Philosophy Wisdom
by
Dennis Whitcomb
  • LAST REVIEWED: 08 October 2015
  • LAST MODIFIED: 10 May 2010
  • DOI: 10.1093/obo/9780195396577-0131

Introduction

The word philosophy stems from philo and sophia, Greek terms often translated as “love” and “wisdom,” respectively. There is very little contemporary philosophical work on wisdom; much historical work exists on the subject, as well as a large body of work in contemporary cognitive psychology, but as for contemporary philosophy, the work on wisdom is confined mainly to attempts by ethicists and epistemologists to broaden their domains of theorizing. This work is growing rapidly, and for good reason; wisdom is intimately associated with numerous issues epistemologists and ethicists have been interested in, and working on, for a long time. Work on wisdom outside of philosophy is also rapidly growing. One testament to all this growth is the University of Chicago’s implementation of a $2 million research grant for an interdisciplinary project titled “Defining Wisdom.”

General Overviews

Ryan 2007 is a good overview of philosophical work on wisdom, whereas Birren and Svensson 2005 is a good overview of psychological work. Philosophers and psychologists often labor in accordance with very different, unarticulated background beliefs. This makes it hard for them to understand each other’s work, and it can make them suspect one another of deep confusion. Some of these suspicions can be avoided by clearly understanding the differences that exist in background beliefs about the nature of concepts. Most philosophers work with a classical, necessary-and-sufficient-conditions model of the wisdom concept, whereas most psychologists work with prototype or exemplar models of that concept. On these models of concepts, see Margolis and Laurence 1999.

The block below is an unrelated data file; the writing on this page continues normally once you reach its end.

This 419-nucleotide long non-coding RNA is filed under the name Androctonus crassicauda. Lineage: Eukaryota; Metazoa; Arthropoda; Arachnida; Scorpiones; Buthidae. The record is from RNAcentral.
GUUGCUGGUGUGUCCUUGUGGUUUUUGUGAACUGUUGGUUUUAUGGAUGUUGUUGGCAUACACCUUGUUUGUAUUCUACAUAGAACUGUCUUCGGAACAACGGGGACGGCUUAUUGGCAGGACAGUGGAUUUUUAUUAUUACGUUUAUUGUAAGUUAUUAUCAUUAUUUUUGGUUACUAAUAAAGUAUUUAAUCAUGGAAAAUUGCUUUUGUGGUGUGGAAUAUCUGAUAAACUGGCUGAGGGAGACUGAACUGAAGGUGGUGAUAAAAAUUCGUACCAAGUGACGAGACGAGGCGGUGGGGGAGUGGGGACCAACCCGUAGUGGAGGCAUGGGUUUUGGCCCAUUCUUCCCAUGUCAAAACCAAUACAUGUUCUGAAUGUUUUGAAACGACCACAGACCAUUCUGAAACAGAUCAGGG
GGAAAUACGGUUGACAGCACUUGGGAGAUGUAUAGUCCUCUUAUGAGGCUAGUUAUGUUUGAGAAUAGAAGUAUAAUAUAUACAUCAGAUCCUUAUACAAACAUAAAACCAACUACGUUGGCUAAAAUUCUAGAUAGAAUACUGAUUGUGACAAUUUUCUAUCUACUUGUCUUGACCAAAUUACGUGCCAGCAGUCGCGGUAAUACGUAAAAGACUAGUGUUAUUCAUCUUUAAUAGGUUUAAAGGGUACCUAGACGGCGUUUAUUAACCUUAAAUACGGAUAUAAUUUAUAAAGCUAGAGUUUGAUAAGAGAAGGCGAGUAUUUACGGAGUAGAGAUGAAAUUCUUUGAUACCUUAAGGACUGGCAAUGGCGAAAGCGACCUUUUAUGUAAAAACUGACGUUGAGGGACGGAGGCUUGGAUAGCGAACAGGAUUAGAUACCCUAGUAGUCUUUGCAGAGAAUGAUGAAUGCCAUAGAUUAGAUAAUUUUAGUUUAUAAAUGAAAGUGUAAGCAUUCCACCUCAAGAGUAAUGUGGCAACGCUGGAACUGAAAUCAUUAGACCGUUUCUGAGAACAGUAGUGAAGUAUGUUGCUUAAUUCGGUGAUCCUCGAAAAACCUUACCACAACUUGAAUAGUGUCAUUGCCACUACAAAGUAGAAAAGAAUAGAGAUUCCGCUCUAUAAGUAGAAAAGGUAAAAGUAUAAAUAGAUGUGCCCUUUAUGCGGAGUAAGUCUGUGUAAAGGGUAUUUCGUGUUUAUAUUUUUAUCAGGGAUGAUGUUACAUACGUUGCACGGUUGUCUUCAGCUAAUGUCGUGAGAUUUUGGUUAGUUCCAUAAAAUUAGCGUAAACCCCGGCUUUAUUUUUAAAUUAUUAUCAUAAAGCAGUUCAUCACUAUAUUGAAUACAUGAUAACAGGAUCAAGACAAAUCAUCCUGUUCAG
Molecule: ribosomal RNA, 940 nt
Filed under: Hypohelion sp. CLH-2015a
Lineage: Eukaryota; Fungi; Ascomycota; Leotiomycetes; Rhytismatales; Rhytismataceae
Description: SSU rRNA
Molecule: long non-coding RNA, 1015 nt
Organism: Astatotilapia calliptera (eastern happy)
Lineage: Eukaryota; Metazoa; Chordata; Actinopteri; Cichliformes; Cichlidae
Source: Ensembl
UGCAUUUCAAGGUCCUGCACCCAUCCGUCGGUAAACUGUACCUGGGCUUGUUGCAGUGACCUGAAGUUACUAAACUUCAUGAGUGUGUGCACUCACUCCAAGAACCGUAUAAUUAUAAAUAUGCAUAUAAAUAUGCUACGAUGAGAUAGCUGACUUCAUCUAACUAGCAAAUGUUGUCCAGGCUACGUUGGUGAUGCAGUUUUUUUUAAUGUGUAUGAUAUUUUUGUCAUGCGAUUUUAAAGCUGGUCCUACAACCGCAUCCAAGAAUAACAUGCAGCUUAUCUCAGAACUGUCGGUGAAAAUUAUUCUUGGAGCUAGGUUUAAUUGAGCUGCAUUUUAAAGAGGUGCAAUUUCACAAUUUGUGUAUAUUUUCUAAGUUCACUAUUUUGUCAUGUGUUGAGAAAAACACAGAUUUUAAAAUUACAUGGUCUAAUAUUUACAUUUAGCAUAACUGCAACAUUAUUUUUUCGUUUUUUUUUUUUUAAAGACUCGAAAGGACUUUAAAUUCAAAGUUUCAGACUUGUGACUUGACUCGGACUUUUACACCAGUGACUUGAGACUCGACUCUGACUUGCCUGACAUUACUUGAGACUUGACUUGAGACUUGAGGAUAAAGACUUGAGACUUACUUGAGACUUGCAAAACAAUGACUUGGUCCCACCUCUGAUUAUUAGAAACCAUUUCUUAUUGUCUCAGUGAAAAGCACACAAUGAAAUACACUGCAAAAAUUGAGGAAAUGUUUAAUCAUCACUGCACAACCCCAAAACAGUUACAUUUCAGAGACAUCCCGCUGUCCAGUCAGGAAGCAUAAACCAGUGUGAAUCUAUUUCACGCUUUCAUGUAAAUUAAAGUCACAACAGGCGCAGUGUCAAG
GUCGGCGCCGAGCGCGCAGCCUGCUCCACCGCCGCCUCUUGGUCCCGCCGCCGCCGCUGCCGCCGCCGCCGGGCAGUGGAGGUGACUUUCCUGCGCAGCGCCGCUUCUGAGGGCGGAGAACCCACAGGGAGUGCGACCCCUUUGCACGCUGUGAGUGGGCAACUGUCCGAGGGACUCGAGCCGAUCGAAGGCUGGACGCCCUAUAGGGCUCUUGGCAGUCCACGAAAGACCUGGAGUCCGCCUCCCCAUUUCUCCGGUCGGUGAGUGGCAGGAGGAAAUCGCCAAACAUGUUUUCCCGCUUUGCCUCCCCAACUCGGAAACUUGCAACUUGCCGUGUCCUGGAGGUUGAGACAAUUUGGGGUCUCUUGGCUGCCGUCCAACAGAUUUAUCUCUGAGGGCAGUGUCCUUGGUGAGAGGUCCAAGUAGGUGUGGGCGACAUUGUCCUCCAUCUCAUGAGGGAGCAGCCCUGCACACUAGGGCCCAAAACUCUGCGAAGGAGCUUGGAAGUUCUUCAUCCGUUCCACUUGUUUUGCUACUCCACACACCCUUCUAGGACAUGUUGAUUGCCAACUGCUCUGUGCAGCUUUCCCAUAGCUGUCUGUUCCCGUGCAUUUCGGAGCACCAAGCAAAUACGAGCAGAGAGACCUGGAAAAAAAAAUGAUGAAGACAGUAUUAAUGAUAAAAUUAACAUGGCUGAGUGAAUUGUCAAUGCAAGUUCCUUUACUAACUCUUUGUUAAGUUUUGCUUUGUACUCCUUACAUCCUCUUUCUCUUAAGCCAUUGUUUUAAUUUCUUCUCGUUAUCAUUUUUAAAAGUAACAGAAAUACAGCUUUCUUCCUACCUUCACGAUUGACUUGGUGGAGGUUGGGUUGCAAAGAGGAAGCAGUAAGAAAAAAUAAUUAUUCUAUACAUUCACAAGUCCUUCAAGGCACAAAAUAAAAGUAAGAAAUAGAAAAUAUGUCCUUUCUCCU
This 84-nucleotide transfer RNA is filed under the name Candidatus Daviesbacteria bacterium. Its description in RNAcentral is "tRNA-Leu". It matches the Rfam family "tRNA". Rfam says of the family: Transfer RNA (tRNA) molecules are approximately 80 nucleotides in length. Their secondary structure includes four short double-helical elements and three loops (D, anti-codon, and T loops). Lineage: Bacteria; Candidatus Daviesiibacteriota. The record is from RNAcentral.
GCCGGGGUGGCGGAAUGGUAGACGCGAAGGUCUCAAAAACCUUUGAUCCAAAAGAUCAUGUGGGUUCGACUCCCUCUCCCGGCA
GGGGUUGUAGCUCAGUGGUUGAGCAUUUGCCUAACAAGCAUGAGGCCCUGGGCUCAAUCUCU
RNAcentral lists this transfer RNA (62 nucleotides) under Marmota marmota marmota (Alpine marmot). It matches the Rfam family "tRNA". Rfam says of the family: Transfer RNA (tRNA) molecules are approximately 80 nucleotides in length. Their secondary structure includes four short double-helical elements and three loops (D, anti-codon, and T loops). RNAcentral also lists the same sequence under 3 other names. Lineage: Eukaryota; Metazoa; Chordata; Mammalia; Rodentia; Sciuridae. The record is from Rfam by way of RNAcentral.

• Birren, James E., and Cheryl M. Svensson. “Wisdom in History.” In A Handbook of Wisdom: Psychological Perspectives. Edited by Robert Sternberg and Jennifer Jordan, 3–31. New York: Cambridge University Press, 2005.

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    A review of past work on wisdom and a very nice review of recent psychological work on the subject. The review of psychological work ranges from William James to 2005.

  • Margolis, Eric, and Stephen Laurence. “Concepts and Cognitive Science.” In Concepts: Core Readings. Edited by Eric Margolis and Stephen Laurence, 3–82. Cambridge, MA: MIT Press, 1999.

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    A classic literature review on the nature of concepts. Useful for philosophers and psychologists who wish to understand each other’s work on wisdom. Reviews the exemplar and prototype models of concepts used (often tacitly) by most psychologists as well as the necessary-and-sufficient-conditions models used (often tacitly) by most philosophers.

  • Osbeck, Lisa M., and Daniel N. Robinson. “Philosophical Theories of Wisdom.” In A Handbook of Wisdom: Psychological Perspectives. Edited by Robert Sternberg and Jennifer Jordan, 61–83. New York: Cambridge University Press, 2005.

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    A good introduction for psychologists to historically influential philosophical work on wisdom, particularly that of Aristotle. Not a substantive piece of history or philosophy but nonetheless a good introduction for those with psychology backgrounds.

  • Ryan, Sharon. “Wisdom.” In The Stanford Encyclopedia of Philosophy. Edited by Edward N. Zalta. 2007.

    E-mail Citation »

    Reviews recent philosophical work on wisdom, especially epistemology-driven work. Briefly discusses ethics-driven work on the topic and also discusses some historical work.

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